By Roy Mercer, VFIS of Texas Director of Safety, Training & Education
The last article I wrote was the beginning stages of my Biggest Loser experience. “Three very important rules, even I have a problem maintaining are; stretching your body before you take on the activity, drinking 100 ounces of water a day or ½ your body weight in ounces of water a day, and taking small steps toward your goals.” In this article I will be focusing on setting those small goals. Setting goals are easy, staying on track is the hard part because life gets in the way. As many of you have already experienced through your emergency responses or even your classes, very similar to your ICS 300, setting goals need to be SMART.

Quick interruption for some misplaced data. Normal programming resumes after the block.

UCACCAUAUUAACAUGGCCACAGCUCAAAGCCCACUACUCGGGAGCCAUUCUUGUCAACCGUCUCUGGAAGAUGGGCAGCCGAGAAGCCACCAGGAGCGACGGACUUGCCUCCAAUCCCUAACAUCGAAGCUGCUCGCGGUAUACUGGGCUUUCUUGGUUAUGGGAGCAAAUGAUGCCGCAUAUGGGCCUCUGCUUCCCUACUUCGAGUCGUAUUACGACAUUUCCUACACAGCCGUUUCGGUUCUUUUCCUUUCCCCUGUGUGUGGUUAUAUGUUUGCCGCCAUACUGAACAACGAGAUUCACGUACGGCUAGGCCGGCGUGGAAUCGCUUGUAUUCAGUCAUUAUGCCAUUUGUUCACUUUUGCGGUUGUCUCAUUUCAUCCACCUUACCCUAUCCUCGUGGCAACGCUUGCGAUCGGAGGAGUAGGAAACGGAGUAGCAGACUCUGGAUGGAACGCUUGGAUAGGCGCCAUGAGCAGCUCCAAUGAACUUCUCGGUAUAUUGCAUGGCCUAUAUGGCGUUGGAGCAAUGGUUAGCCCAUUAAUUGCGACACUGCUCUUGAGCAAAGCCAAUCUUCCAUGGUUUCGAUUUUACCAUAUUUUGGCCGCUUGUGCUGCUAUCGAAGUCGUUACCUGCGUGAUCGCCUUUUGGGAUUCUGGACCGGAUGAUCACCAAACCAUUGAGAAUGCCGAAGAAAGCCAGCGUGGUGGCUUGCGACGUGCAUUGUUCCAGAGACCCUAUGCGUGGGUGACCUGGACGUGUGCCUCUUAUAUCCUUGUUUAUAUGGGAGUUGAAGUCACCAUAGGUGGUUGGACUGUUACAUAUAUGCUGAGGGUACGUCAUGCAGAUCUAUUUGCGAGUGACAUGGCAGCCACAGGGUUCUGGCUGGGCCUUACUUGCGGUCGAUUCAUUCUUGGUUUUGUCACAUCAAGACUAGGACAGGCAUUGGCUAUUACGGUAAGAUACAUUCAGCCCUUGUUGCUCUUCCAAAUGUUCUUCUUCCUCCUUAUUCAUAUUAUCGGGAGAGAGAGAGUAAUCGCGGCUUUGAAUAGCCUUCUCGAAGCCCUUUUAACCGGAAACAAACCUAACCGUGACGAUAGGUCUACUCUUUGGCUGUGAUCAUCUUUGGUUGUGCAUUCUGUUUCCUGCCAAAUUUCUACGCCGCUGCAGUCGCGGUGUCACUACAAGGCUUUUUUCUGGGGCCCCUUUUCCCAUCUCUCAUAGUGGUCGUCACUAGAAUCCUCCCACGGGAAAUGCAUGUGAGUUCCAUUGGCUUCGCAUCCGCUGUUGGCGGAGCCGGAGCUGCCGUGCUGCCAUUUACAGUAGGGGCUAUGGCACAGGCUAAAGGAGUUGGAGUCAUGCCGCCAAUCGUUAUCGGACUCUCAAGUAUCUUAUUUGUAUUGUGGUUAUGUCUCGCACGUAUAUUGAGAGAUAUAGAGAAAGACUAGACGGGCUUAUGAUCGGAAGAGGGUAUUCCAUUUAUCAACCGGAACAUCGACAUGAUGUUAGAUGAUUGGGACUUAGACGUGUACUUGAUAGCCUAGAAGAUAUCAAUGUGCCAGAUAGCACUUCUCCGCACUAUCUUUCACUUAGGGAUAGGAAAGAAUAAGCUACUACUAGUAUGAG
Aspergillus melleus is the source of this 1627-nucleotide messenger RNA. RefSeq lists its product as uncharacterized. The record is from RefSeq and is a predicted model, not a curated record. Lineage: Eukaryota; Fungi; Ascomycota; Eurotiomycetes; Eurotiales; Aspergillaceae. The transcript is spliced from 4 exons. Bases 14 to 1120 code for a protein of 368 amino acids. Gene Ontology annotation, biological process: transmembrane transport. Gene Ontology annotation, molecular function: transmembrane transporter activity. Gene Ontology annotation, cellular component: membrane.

What are SMART goals? Specific, Measurable, Attainable, Realistic and Timely. Specific goals are those that guide the user and/or the participant to desirable results. Remember, when developing the SMART goals, it is for you and the life you are living, keep focusing on yourself, what are the desired results of your goals. An example, I will drink at least half my weight in ounces of water per day within three months, this is the desired result. Measurable, half my weight per day of water. Attainable, don’t make it hard to reach because when we accomplish something we feel good about ourselves. Keep in mind that experts state it takes 66 days to form a habit, according to a new recent study, “founded by the 2010 UK study, led by University College London research psychologist Pippa Lally”. Meaning, if your desire is to keep this goal ongoing, then set it up for 66 days to be attainable. You may want to start drinking 16 ounces a day at the beginning and by the end of the 66th day you have met your goal of half your weight in ounces of water per day. If you forget and don’t achieve a certain day, the 66 days start over. Remember, it is your life so make it attainable to your life style. If the goal was to create a habit of drinking half your weight of water a day, after you reach half your weight of water from that day forward you start counting the 66 days. Realistic, can it be accomplished? You need to stop and ask yourself, if I drink this much water when can I drink and please don’t forget, the water goes somewhere, so can I also get rid of the water. These are two important rules for me, I travel and when I am on the road I need to take the opportunity to stop. Planning is very important, I have been held up in traffic before and the pain was so bad that I was willing to relieve myself right there, haven’t done this yet but I am sure it will happen if I do not plan correctly. Lastly, Timely, we mentioned this already, the 66 days, but a time frame is very important, it sets the bench marks of the goal. During this 66 days’ experience of creating a habit, set up achievable bench marks along the way to keep yourself on task for the overall goal timeline.